Tag Archives: praise

Give into These 4 Temptations

We Catholics spend the 40 days of Lent reflecting on those temptations that distract us from loving and serving God fully. The 1st Sunday of Lent’s Gospel of Jesus’ temptation in the desert sets the course clearly and directly.

With Lent behind us, let’s look at the 5 temptations we should give into as the Easter readings and Gospels and the early Christian community instruct us.

Forgive. From the call of the Baptist to the preaching of Paul, Jesus’ message of repentance and forgiveness rings loud and clear. When faced with the pain and grief that we cause others when we treat them without charity, we are called to summon the strength and unconditional love to forgive. Like the Lenten practices of prayer, fasting, and almsgiving, forgiveness should be our practice for Easter.

Praise. St. Paul is almost effusive in his praise of the goodness and kindness of the early Christian communities. He is specific and precise about what prompts him to recognize the communities. His model is worth duplicating. Praise must be concrete, not generic (as in “good move to the left on that penalty kick” rather than “nice job”.) Practicing it on adults is even more important in a world where adults, especially parents, are mostly on the giving end of it.

Listen. Have you ever noticed how much the apostles take from Thomas when he doubts that they have seen the Risen Lord? No interruptions. No cutting him off. They listen to his declarations of disbelief fully and completely. And then when Jesus tells them that they know where he is going, Thomas jumps in and says, “We don’t.” No laugh off. No chastisement. Jesus and the apostles model how to be a good listener. Jesus listens to the words, but also hears what is said behind, underneath them. And he responds to all of it. After the speaker is done. . . My mother was right. “Listen more, speak less.”

Welcome. Perhaps the most controversial of these temptations given our political climate, but it is one of the strongest threads in our Easter season Scriptures. Jesus, the stranger, is welcomed to supper in Emmaus. New believers are welcomed daily into the community of faith without limits or ceremony. Jesus prepares them to welcome the Holy Spirit during these final weeks. Welcomes are sometimes surprising, sometimes uncomfortable, sometimes challenging, sometimes unexpected. But we are called to extend them — always.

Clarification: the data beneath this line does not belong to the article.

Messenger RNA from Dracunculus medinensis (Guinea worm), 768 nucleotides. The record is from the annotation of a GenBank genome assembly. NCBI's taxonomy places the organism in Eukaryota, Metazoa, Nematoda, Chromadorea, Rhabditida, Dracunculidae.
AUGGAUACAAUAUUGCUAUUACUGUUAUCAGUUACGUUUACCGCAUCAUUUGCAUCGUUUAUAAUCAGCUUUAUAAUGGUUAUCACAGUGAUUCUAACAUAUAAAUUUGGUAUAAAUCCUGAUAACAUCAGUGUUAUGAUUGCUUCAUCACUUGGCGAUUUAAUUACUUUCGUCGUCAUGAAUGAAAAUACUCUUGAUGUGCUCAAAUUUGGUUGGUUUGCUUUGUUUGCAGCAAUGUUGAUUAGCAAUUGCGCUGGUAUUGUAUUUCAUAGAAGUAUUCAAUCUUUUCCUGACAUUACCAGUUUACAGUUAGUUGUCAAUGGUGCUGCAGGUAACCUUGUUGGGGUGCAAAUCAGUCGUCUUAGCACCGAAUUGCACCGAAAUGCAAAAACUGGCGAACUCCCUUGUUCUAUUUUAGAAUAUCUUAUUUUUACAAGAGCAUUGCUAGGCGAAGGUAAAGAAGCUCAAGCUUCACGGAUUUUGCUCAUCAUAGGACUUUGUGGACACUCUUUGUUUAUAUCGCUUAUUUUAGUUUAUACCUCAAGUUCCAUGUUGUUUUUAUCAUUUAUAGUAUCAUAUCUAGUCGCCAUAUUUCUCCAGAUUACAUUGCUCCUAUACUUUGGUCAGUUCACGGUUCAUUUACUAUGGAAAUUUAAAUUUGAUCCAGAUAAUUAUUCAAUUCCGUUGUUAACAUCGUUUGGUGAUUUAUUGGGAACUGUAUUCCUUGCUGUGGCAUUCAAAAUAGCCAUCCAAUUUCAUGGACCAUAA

Follow. We think about Jesus so often as the one we follow that we often forget that he too was a follower — of his Father. For leaders, it is tempting to always feel compelled to be setting the direction and standing at the front of the line. Resist that temptation, and follow its sister — to follow.

Reason and Wonder

wonderReason and wonder are the two sides of a coin like the one that Jesus speaks of in today’s Gospel.

Good leaders have the ability to use both reason and wonder to inspire and motivate themselves and others to embrace the Good News, evangelize, and nourish those they encounter.

Today’s first reading from Ezekiel illustrates this. It begins with an ordered account of the when, rooting us in a specific time and place . . .

On the fifth day of the fourth month of the fifth year,
that is, of King Jehoiachin’s exile . . .
–Ezekiel 1:2

Then unfolds the mysterious, awesome, and wonderous vision of the glory of God.

Jesus recognizes this too in today’s Gospel. He puts the question to Peter about paying the temple tax, then instructs Peter to go fishing. In the mouth of the fish Peter catches, there is a coin with which they pay the tax. Practical yet wonder-filled.

I’ve often thought about how much of my day, week, month is spent focused on the quotidian efforts of answering the questions of who, what, where, and when, and limited time spent reflecting on the vision of the glory of God and what that might mean in my work and ministry.

I know I need the reasoned side of the coin, but do I forget the wonder side?

Where do I see wonder and want only to express it in praise?